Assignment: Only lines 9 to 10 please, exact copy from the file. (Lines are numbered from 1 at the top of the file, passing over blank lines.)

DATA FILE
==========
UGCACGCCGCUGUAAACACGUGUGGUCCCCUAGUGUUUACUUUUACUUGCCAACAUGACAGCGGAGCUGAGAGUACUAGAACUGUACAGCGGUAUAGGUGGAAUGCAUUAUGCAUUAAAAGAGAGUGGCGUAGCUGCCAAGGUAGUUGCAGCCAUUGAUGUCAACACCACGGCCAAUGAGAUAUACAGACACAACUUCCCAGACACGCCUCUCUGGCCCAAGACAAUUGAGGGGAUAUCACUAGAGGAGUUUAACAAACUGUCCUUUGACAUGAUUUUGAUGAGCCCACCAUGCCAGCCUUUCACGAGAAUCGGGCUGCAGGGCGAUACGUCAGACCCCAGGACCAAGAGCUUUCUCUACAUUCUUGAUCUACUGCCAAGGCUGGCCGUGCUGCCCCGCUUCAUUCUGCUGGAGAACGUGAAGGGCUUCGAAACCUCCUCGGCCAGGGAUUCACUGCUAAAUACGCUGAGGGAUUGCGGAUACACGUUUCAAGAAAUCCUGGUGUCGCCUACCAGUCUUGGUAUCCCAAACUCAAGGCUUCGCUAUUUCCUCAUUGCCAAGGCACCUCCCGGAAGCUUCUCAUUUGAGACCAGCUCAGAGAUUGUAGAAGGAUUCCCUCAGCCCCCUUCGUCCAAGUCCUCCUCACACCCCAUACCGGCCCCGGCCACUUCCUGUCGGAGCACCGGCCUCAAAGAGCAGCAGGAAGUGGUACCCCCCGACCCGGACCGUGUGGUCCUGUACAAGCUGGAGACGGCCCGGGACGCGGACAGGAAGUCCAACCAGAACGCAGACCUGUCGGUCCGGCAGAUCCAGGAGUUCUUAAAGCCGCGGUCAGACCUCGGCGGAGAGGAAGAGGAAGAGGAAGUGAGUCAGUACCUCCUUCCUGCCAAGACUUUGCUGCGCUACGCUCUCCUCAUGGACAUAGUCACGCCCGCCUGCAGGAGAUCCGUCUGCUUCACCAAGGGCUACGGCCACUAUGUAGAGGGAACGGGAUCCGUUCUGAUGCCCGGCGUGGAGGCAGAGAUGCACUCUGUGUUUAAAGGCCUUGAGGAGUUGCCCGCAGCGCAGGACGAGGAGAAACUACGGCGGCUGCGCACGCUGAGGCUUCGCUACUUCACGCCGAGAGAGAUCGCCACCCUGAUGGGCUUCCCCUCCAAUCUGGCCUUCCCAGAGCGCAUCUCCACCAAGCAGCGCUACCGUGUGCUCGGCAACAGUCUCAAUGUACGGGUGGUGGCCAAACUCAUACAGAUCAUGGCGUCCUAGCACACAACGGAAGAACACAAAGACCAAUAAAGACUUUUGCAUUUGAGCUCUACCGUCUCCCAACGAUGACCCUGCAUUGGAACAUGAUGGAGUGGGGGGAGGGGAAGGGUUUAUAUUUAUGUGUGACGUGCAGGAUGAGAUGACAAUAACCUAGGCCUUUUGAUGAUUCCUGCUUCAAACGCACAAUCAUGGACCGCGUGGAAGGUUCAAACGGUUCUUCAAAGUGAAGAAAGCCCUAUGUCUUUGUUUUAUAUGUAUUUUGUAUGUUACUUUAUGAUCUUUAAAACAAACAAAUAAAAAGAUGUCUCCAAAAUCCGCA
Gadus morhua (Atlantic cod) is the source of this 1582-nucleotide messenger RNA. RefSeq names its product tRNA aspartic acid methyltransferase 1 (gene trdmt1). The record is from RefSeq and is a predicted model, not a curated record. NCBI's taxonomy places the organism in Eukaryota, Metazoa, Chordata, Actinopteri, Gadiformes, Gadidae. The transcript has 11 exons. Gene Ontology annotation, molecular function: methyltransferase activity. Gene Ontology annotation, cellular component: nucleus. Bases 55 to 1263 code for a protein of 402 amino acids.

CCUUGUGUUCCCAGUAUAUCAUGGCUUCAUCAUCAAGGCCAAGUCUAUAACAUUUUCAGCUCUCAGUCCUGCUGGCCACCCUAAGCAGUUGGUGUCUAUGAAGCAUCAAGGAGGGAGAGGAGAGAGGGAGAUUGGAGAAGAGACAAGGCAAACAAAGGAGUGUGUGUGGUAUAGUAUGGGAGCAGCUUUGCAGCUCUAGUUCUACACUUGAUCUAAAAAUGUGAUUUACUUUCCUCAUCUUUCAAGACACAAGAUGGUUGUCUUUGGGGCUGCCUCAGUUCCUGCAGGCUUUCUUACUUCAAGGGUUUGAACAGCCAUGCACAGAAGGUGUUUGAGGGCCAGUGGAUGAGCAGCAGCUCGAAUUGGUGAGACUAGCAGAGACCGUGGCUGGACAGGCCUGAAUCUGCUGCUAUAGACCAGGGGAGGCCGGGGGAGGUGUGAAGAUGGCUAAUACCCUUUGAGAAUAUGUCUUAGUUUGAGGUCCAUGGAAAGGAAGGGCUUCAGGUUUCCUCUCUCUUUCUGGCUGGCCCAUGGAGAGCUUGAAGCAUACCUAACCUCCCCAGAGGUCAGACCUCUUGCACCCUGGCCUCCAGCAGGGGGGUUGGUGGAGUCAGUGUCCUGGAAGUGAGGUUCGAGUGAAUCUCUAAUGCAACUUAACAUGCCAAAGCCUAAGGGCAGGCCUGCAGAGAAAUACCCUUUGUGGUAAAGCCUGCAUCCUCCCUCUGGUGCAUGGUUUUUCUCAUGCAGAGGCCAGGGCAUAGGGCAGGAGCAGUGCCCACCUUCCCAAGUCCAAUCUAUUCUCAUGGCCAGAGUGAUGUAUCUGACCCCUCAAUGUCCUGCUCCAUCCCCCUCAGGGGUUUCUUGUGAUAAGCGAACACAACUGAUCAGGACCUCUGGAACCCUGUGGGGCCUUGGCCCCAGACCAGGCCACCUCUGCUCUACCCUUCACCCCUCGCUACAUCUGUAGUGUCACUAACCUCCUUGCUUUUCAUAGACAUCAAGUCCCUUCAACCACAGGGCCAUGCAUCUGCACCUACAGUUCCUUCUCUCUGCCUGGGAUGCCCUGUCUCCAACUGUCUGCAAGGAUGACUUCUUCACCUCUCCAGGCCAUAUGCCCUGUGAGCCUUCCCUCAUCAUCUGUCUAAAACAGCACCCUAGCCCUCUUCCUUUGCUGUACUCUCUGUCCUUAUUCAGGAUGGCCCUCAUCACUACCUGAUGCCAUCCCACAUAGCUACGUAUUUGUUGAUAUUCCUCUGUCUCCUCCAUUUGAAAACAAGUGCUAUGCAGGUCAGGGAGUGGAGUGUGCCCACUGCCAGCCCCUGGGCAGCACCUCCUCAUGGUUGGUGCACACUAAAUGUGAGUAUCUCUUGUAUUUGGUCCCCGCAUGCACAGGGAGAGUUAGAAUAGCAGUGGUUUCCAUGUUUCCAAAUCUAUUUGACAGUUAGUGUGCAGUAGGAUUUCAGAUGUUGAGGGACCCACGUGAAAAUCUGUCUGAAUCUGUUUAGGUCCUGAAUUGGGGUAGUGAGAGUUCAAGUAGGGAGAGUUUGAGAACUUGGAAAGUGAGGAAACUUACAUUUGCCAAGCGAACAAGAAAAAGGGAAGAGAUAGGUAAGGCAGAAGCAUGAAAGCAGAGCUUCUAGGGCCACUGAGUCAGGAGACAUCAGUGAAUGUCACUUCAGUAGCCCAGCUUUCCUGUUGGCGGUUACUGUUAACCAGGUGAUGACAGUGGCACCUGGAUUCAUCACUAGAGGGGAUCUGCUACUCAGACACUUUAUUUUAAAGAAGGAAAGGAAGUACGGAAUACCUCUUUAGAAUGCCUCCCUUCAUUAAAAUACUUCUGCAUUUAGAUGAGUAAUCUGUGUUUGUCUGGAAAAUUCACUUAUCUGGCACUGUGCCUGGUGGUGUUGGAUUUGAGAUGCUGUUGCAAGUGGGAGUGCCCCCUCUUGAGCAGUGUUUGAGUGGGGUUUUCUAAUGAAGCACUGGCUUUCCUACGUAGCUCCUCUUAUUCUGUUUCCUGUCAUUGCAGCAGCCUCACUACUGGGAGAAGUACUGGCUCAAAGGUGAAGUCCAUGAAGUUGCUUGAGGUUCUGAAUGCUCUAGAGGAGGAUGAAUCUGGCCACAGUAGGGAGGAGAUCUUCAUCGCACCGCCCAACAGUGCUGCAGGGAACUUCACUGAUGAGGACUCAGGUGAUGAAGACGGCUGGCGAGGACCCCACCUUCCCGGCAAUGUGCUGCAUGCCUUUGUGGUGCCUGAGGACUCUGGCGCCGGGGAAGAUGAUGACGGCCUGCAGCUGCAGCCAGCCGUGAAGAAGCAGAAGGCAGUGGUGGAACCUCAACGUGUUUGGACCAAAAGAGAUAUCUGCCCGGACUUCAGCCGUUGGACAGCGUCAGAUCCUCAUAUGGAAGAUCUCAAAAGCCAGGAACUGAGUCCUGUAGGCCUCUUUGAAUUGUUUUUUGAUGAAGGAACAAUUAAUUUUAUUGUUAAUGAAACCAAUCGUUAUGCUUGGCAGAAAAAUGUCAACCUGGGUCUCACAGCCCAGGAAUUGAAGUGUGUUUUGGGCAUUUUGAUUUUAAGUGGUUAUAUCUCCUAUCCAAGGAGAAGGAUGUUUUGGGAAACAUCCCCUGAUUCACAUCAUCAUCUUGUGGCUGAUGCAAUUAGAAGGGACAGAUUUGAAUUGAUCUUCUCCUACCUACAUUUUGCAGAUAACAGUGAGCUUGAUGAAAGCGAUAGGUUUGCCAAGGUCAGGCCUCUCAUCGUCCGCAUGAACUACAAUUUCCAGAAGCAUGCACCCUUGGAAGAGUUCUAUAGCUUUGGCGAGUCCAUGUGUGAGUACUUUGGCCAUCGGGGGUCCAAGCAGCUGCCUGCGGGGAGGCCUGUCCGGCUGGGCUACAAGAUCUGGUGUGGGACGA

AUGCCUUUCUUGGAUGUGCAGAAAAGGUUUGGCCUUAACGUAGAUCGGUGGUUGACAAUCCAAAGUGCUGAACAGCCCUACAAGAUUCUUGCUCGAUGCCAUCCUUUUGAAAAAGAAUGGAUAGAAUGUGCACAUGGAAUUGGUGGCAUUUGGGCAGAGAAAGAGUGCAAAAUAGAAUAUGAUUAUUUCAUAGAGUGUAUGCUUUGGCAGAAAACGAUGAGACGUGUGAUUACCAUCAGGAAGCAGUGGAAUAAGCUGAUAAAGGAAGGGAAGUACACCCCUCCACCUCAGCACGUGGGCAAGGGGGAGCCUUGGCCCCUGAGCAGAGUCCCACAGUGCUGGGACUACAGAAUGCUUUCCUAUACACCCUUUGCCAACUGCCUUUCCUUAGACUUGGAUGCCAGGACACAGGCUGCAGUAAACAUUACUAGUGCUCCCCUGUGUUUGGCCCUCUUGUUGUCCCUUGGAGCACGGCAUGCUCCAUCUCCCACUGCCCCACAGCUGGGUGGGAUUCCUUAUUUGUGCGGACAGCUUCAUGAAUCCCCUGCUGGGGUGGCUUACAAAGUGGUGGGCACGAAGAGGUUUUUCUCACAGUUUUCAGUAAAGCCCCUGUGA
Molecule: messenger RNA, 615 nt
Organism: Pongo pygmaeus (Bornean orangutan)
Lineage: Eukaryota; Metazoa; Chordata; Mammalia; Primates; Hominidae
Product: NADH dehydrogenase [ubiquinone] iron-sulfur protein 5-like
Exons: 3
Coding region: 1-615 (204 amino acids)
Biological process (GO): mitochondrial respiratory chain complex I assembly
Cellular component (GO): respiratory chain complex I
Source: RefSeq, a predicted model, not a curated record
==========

Exons: 3
Coding region: 1-615 (204 amino acids)